From 1951 to 1963, the US tested nuclear weapons above ground in Nevada. Weapons researchers, not understanding the risks—or simply ignoring them—exposed thousands of workers to radioactive fallout. The emissions from nuclear reactions are deadly to humans in high doses, and can cause cancer even in low doses. At one point, researchers had volunteers stand underneath an airburst nuclear weapon to prove how safe it was:

The emissions, however, did not just stay at the test site, and drifted in the atmosphere. Cancer rates spiked in nearby communities, and the US government could no longer pretend that fallout was anything but a silent killer.

The cost in dollars and lives

Congress eventually paid more than $2 billion to residents of nearby areas that were particularly exposed to radiation, as well as uranium miners. But attempts to measure the full extent of the test fallout were very uncertain, since they relied on extrapolating effects from the hardest-hit communities to the national level. One national estimate found the testing caused 49,000 cancer deaths.

Those measurements, however, did not capture the full range of effects over time and geography. Meyers created a broader picture by way of a macabre insight: When cows consumed radioactive fallout spread by atmospheric winds, their milk became a key channel to transmit radiation sickness to humans. Most milk production during this time was local, with cows eating at pasture and their milk being delivered to nearby communities, giving Meyers a way to trace radioactivity across the country.

The National Cancer Institute has records of the amount of Iodine 131—a dangerous isotope released in the Nevada tests—in milk, as well as broader data about radiation exposure. By comparing this data with county-level mortality records, Meyers came across a significant finding: “Exposure to fallout through milk leads to immediate and sustained increases in the crude death rate.” What’s more, these results were sustained over time. US nuclear testing likely killed seven to 14 times more people than we had thought, mostly in the midwest and northeast.

A weapon against its own people

When the US used nuclear weapons during World War II, bombing the Japanese cities of Hiroshima and Nagasaki, conservative estimates suggest 250,000 people died in immediate aftermath. Even those horrified by the bombing didn’t realize that the US would deploy similar weapons against its own people, accidentally, and on a comparable scale.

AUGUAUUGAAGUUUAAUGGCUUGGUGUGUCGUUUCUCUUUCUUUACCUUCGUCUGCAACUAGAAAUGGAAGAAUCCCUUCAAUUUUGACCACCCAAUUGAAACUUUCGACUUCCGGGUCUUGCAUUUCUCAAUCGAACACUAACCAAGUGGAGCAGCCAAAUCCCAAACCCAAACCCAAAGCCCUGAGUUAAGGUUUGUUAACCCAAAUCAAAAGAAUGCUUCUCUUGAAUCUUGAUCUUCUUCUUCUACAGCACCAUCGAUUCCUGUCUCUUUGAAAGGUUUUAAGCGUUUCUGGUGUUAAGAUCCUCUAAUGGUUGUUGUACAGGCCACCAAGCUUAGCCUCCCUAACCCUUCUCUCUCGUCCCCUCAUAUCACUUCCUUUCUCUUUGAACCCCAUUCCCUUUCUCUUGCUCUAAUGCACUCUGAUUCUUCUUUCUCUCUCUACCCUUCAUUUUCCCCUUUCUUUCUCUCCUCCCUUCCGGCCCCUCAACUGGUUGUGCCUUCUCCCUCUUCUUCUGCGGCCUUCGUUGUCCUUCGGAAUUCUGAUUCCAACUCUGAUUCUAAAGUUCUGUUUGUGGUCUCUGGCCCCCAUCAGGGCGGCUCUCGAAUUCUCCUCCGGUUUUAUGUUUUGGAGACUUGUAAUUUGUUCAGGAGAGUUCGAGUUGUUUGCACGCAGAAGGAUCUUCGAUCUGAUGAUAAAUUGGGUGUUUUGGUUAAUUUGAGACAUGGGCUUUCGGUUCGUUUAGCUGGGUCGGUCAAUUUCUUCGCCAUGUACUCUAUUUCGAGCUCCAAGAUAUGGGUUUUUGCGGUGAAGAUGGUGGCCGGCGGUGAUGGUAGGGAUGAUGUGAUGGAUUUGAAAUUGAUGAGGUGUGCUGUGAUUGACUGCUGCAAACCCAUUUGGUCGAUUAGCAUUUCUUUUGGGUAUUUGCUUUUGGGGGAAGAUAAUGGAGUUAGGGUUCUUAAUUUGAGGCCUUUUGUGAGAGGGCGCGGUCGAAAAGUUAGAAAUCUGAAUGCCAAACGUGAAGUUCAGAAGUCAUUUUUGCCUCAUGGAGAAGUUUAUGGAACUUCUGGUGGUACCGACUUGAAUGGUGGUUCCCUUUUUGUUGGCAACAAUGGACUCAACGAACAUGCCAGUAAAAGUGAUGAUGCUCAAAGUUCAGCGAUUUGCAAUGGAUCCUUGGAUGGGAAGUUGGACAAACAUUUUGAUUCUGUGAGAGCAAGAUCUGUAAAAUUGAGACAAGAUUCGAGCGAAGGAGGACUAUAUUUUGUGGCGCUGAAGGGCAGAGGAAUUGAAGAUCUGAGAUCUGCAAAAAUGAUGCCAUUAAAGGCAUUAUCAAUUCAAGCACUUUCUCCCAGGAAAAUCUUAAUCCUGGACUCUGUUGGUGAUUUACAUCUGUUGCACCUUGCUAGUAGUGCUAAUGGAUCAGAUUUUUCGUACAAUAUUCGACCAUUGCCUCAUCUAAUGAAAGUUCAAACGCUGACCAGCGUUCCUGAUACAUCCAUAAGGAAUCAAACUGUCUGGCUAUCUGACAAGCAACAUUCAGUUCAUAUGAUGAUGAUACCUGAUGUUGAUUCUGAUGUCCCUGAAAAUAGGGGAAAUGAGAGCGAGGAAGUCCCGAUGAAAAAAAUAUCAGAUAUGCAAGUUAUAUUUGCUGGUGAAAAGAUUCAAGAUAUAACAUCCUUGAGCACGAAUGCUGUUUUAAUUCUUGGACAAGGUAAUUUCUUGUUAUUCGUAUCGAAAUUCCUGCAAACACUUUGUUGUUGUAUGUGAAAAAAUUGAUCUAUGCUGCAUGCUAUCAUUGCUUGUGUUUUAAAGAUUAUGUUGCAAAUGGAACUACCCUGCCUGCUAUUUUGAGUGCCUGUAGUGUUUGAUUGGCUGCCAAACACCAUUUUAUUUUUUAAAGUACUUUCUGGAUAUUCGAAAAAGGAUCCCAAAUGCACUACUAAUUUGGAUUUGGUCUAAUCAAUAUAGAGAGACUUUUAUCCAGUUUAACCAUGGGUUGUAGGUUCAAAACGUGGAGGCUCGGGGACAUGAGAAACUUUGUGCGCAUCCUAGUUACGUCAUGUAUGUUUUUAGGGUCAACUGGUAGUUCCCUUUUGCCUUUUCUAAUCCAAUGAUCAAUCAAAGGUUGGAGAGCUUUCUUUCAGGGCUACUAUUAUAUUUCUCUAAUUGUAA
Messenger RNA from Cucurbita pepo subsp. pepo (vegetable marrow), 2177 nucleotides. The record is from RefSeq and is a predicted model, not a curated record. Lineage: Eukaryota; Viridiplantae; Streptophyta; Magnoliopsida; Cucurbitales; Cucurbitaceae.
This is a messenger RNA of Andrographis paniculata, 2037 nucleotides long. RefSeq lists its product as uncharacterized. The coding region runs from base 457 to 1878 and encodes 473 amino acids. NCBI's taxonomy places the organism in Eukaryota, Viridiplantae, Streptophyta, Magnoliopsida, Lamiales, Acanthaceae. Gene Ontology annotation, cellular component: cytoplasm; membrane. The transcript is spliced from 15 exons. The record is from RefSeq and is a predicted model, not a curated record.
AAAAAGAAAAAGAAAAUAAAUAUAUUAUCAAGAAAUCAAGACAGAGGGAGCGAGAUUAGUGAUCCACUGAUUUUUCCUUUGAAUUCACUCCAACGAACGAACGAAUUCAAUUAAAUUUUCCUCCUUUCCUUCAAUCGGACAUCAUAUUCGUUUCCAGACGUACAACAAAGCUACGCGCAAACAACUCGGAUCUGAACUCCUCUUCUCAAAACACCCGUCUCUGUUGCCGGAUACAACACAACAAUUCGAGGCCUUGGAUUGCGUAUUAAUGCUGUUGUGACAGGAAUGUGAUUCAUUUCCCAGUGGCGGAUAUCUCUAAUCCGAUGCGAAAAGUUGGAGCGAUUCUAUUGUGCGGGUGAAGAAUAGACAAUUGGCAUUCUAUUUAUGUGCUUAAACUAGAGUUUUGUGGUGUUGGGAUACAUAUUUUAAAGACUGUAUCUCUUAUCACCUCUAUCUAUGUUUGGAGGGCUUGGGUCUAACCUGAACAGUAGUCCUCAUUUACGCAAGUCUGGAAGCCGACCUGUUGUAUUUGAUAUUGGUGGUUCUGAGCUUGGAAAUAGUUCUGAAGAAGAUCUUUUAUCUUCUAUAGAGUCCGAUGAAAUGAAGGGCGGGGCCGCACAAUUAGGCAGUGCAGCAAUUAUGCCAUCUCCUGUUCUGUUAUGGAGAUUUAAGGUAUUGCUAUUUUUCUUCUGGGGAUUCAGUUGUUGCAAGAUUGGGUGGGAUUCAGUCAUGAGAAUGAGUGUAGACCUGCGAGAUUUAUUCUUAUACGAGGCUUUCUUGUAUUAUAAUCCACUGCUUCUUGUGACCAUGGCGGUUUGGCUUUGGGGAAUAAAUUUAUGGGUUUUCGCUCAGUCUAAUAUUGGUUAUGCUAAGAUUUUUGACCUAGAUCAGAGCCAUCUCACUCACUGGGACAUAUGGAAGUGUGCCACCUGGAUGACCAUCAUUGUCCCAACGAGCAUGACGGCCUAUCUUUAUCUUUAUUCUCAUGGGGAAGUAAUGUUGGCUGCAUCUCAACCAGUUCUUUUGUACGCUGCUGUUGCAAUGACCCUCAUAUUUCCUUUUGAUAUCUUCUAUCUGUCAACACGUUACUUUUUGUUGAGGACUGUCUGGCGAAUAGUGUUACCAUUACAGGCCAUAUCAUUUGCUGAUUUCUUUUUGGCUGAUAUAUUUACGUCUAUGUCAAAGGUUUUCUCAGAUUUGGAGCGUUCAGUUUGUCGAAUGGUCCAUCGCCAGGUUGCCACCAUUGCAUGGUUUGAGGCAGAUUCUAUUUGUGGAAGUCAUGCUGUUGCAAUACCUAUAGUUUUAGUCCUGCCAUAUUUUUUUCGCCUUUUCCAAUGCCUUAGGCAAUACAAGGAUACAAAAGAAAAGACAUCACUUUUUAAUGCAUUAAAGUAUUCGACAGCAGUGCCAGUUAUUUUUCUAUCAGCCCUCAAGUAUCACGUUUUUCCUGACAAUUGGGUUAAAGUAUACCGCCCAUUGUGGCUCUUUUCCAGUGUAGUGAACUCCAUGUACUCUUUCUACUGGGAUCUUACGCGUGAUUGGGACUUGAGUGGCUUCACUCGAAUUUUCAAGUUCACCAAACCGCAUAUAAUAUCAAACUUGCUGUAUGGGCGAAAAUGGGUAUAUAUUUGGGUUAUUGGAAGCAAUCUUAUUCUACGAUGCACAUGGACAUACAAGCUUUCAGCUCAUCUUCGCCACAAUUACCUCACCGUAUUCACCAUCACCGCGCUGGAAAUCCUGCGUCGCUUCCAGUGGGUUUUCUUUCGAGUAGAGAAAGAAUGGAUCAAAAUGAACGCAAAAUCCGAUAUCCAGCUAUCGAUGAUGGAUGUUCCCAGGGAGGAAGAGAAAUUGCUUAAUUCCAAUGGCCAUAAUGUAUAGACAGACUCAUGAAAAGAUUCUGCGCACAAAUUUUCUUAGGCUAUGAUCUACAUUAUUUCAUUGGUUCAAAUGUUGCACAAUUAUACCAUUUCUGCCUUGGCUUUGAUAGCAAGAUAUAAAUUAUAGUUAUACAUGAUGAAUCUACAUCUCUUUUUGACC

And the cessation of nuclear testing helped save US lives—”the Partial Nuclear Test Ban Treaty might have saved between 11.7 and 24.0 million American lives,” Meyers estimates. There was also some blind luck involved in reducing the number of poisoned people: The Nevada Test Site, compared to other potential testing facilities the US government considered at the time, produced the lowest atmospheric dispersal.

The lingering affects of these tests remain, as silent and as troublesome as the isotopes themselves. Millions of Americans who were exposed to fallout likely suffer illnesses related to these tests even today, as they retire and rely on the US government to fund their health care.

“This paper reveals that there are more casualties of the Cold War than previously thought, but the extent to which society still bears the costs of the Cold War remains an open question,” Meyers concludes.

America’s trillions of dollars militaristic economy

April 2, 2018

The US Military Is the Biggest “Big Government” Entitlement Program on the Planet , December 10, 2017, By JP Sottile, Truthout |The US economy is caught in a trap. That trap is the Department of Defense: an increasingly sticky wicket that relies on an annual, trillion-dollar redistribution of government-collected wealth. In fact, it’s the biggest “big government” program on the planet, easily beating out China’s People’s Liberation Army in both size and cost. It is not only the “nation’s largest employer,” with 2.867 million people currently on the payroll, but it also provides government benefits to 2 million retirees and their family members. And it actively picks private sector winners by targeting billions of dollars to an elite group of profit-seeking contractors.

The top five overall recipients collectively pulled in $109.5 billion in FY2016, and their cohorts consistently dominate the government’s list of top 100 contractors. They reap this yearly largesse through a Rube-Goldberg-like system of influence peddlers, revolving doors and wasteful taxpayer-funded boondoggles. Finally, it is all justified by a deadly feedback loop of perpetual warfare that is predicated on a predictable supply of blowback.

But this belligerent cash machine doesn’t just produce haphazard interventions and shady partnerships with a motley assortment of strongmen, proxies and frenemies. It also has Uncle Sam caught in a strange cycle of taxpayer-funded dependence that may ultimately be the most expensive — and least productive — jobs program in human history………

Too Big to Fail?

The US stands alone as a globe-spanning empire with 787 overseas bases, “lily pad” deployments and host country facilities in 88 nations and territories, according to the most recent accounting by scholar David Vine. At home, a Google Maps search reveals another 603 bases, depots, arsenals and assorted military facilities peppered around the 50 states. The US dominates the land, sea and skies, and is moving to dominate space…….